breaking news
  • India, Canada agree to increase discussions on movement of skilled professionals, students
  • Teens Killed In Crash: Roslyn Man Accused Of Driving Drunk, Wrong Way, Fleeing Scene In Jericho
  • George Santos in custody, federal indictment unsealed ahead of first court appearance
  • Australia to focus on strong ties with India, Japan in biggest defence reform
  • Joe Biden, his deputy Kamala Harris launch re-election bid for 2024 US polls
  • Gujarat High Court Judge Opts Out Of Hearing Rahul Gandhi's Appeal

View Details

King Charles's Britannia Still Rules the Waves

Regarding Dominic Green's op-ed "King Charles Begins His Reign Amid Discontent and Doldrums" (May 6): Far-called our navies melt away; On dune and headland sinks the fire;
Lo, all our pomp of yesterday
Is one with Nineveh and Tyre!
So wrote Rudyard Kipling on the occasion of Queen Victoria's diamond Jubilee in 1897. On this occasion of King Charles III's coronation, I say, "Not so fast." The British Empire is not dead, it's not even past.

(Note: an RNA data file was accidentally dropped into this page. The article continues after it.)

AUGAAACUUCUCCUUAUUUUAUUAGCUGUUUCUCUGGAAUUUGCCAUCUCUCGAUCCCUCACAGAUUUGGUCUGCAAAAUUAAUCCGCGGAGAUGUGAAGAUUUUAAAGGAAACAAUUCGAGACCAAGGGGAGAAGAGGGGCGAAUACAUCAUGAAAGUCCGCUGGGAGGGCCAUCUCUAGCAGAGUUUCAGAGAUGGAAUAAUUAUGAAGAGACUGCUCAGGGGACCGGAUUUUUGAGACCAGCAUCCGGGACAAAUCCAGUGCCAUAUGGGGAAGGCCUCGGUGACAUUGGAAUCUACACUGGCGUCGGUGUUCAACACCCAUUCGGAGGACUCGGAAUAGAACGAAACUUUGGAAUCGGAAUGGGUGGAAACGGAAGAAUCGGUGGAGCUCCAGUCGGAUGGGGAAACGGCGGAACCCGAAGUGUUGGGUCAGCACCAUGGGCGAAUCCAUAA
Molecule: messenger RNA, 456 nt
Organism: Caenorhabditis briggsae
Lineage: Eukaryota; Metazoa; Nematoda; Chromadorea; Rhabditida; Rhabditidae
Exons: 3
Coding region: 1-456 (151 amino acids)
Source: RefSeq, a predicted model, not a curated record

Political domination of the empire's former colonies is no more, but the cultural influence is manifest. If not the largest by the sheer numbers of people who speak it, read it and write it, English is the language of diplomacy, air commerce, most international business and now, the internet. Because of the language's facility, the culture is dominant. The sun has not, and may not ever, set on the soft power of the empire.
Come Nineveh; come Tyre? Not for a while. Along with language, the British brought a political and legal system that emphasizes individual rights and due process, not only to North America and the Pacific island-nations, but also to many African and South Asian nations. Whether those systems have been, and are being, administered unevenly is beside the point. The systems are there, and available as a framework to provide justice and protect life, liberty and property. They have often done so in a manner superior to whatever they replaced.